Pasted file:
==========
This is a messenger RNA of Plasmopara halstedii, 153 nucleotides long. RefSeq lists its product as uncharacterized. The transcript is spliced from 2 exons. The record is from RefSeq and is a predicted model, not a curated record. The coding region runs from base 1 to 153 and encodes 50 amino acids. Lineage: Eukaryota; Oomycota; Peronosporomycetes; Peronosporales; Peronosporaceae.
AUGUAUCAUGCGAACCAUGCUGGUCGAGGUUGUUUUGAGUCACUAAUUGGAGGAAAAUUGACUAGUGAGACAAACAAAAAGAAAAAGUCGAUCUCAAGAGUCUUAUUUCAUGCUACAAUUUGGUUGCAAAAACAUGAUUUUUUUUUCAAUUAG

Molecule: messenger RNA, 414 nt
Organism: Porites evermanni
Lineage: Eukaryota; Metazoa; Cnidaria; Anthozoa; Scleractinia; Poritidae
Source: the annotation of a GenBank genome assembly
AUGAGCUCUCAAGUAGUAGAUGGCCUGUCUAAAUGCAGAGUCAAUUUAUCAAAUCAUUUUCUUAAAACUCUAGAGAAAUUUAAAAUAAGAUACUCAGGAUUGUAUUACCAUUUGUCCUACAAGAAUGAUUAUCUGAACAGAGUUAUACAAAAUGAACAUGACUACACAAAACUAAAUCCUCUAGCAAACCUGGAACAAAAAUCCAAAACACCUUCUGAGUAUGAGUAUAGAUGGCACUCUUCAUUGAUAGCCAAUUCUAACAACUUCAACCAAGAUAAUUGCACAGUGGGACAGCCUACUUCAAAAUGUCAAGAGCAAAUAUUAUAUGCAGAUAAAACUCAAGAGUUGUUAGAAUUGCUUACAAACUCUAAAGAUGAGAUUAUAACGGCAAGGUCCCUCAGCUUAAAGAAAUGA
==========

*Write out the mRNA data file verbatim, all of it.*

This is a messenger RNA of Plasmopara halstedii, 153 nucleotides long. RefSeq lists its product as uncharacterized. The transcript is spliced from 2 exons. The record is from RefSeq and is a predicted model, not a curated record. The coding region runs from base 1 to 153 and encodes 50 amino acids. Lineage: Eukaryota; Oomycota; Peronosporomycetes; Peronosporales; Peronosporaceae.
AUGUAUCAUGCGAACCAUGCUGGUCGAGGUUGUUUUGAGUCACUAAUUGGAGGAAAAUUGACUAGUGAGACAAACAAAAAGAAAAAGUCGAUCUCAAGAGUCUUAUUUCAUGCUACAAUUUGGUUGCAAAAACAUGAUUUUUUUUUCAAUUAG

Molecule: messenger RNA, 414 nt
Organism: Porites evermanni
Lineage: Eukaryota; Metazoa; Cnidaria; Anthozoa; Scleractinia; Poritidae
Source: the annotation of a GenBank genome assembly
AUGAGCUCUCAAGUAGUAGAUGGCCUGUCUAAAUGCAGAGUCAAUUUAUCAAAUCAUUUUCUUAAAACUCUAGAGAAAUUUAAAAUAAGAUACUCAGGAUUGUAUUACCAUUUGUCCUACAAGAAUGAUUAUCUGAACAGAGUUAUACAAAAUGAACAUGACUACACAAAACUAAAUCCUCUAGCAAACCUGGAACAAAAAUCCAAAACACCUUCUGAGUAUGAGUAUAGAUGGCACUCUUCAUUGAUAGCCAAUUCUAACAACUUCAACCAAGAUAAUUGCACAGUGGGACAGCCUACUUCAAAAUGUCAAGAGCAAAUAUUAUAUGCAGAUAAAACUCAAGAGUUGUUAGAAUUGCUUACAAACUCUAAAGAUGAGAUUAUAACGGCAAGGUCCCUCAGCUUAAAGAAAUGA